2. Men and women’s brains are wired differently. No. No. They’re not. Firstly nobody’s brain is wired. I know this. It’s why as a freelancer who goes into lots of different organisations I am required to have professional indemnity insurance, but have never had to have my head PAT tested. The study the headline is based on is here. Just from the abstract you can see that the study only looked at people up to age 22. The study also noted that differences are greatest during puberty but reduce during adulthood. So interesting stuff medically for anyone studying neurological conditions that are more common in one gender than the other, but not a reason to sack your female CEO and hire a man or vice versa.

 

3. The University of Kent were tad rude about children’s and genre fiction. Clearly what we have here is what used to be known as a storm in a teacup, and is now just known as Twitter. Having said that, university level courses in creative writing have expanded massively over the last few years, and if you’re serious enough about writing to do a BA or MA then you do need to think about choosing your course carefully. I did the sort of broad covers-a-bit-of-everything course that Kent so obviously don’t offer, and it was brilliant for me. I started off thinking I was a playwright, and left as a rom com prose writer. If I’d done a narrow playwrighting MA I would never have known.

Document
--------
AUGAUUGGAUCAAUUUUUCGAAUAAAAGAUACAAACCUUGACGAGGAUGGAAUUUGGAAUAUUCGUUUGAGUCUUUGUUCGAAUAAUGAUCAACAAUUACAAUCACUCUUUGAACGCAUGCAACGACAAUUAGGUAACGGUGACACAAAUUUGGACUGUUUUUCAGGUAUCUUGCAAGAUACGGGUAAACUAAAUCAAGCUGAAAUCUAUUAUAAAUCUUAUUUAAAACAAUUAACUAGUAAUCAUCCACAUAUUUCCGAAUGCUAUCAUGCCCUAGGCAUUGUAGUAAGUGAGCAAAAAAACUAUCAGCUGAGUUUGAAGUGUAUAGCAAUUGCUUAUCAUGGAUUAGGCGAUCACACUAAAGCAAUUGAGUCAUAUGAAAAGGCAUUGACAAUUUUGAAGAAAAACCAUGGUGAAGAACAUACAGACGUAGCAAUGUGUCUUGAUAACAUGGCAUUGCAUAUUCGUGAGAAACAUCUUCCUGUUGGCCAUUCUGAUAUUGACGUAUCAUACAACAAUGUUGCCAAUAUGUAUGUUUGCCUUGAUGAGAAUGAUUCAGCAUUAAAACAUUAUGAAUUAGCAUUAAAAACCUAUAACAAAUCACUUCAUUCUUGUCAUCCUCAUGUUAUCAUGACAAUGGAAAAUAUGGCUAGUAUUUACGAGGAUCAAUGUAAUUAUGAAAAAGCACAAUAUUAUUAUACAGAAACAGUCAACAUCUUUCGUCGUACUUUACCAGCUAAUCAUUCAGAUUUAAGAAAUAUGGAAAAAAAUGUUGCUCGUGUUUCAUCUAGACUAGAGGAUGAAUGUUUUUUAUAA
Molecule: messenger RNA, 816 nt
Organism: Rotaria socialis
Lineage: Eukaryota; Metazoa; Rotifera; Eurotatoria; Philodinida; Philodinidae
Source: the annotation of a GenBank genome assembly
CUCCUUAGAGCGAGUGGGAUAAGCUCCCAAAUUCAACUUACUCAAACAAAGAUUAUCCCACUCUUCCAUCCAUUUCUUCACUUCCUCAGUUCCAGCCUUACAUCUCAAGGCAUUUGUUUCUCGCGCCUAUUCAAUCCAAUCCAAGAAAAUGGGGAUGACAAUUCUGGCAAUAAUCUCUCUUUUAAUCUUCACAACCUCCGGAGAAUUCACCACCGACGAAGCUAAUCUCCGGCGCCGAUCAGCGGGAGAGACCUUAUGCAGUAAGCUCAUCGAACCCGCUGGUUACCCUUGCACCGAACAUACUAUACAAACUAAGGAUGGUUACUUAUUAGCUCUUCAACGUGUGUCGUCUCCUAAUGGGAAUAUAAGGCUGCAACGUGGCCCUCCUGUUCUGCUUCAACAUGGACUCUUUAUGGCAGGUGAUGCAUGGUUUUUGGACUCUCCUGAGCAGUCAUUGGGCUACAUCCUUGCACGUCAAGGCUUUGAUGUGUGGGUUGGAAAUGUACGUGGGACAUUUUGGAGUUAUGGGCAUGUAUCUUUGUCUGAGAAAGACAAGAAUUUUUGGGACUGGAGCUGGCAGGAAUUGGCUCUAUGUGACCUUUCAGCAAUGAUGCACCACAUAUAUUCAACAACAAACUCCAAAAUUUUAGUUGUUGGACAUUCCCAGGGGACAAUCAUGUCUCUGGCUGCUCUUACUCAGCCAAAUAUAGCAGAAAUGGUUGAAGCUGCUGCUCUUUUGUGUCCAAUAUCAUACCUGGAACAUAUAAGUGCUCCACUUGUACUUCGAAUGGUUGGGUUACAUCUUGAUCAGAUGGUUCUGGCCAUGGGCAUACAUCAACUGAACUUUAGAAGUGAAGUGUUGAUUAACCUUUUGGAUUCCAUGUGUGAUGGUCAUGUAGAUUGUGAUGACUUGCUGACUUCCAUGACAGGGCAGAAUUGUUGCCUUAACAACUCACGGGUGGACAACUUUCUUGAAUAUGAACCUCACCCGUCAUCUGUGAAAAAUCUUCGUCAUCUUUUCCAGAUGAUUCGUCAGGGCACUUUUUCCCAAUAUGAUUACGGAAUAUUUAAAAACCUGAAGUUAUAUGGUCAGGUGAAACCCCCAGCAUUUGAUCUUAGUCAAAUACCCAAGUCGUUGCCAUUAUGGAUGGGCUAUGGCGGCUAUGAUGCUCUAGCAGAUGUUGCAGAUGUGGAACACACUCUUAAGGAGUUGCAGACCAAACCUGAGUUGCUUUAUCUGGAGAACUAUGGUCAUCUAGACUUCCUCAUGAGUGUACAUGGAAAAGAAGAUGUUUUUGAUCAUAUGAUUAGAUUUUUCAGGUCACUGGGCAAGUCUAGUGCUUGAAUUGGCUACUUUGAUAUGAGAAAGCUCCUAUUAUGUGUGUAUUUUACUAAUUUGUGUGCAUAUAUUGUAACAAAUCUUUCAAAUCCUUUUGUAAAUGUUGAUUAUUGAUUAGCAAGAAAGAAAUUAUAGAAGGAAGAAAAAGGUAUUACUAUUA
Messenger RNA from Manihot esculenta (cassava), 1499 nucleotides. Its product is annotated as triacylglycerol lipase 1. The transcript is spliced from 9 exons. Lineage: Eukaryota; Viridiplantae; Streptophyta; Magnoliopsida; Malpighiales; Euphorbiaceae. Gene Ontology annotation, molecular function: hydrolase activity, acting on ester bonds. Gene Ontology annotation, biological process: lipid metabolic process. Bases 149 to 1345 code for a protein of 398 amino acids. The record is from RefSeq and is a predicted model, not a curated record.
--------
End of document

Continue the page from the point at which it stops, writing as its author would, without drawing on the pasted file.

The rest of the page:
4. Michael Gove still doesn’t understand how education works.

 

I think that’s all. Presumably some real news has also happened while I’ve been distracted, but you know better than to look for coherent thoughts about serious things here. Ta-ra for now.

In which I have an actual book cover for the actual (virtual) book what I wrote

Ta dah!

So there is it. The cover for my first novel. The astute amongst you will also notice that it has a new title. The book formerly known as ‘Well it’s the book  I wrote; it’s sort of about love and maths and stuff and it’s based on a play,’ is now officially titled, Much Ado About Sweet Nothing. Weirdly, my publisher felt that worked better. Curious.

Anyway, there it is. My first book cover. Huzzah!

(BTW, if you want a bit more of me wittering about romance writing related stuff, I’m on the Choc Lit authors’ blog today talking about What makes a hero: http://blog.choc-lit.co.uk/?p=5145)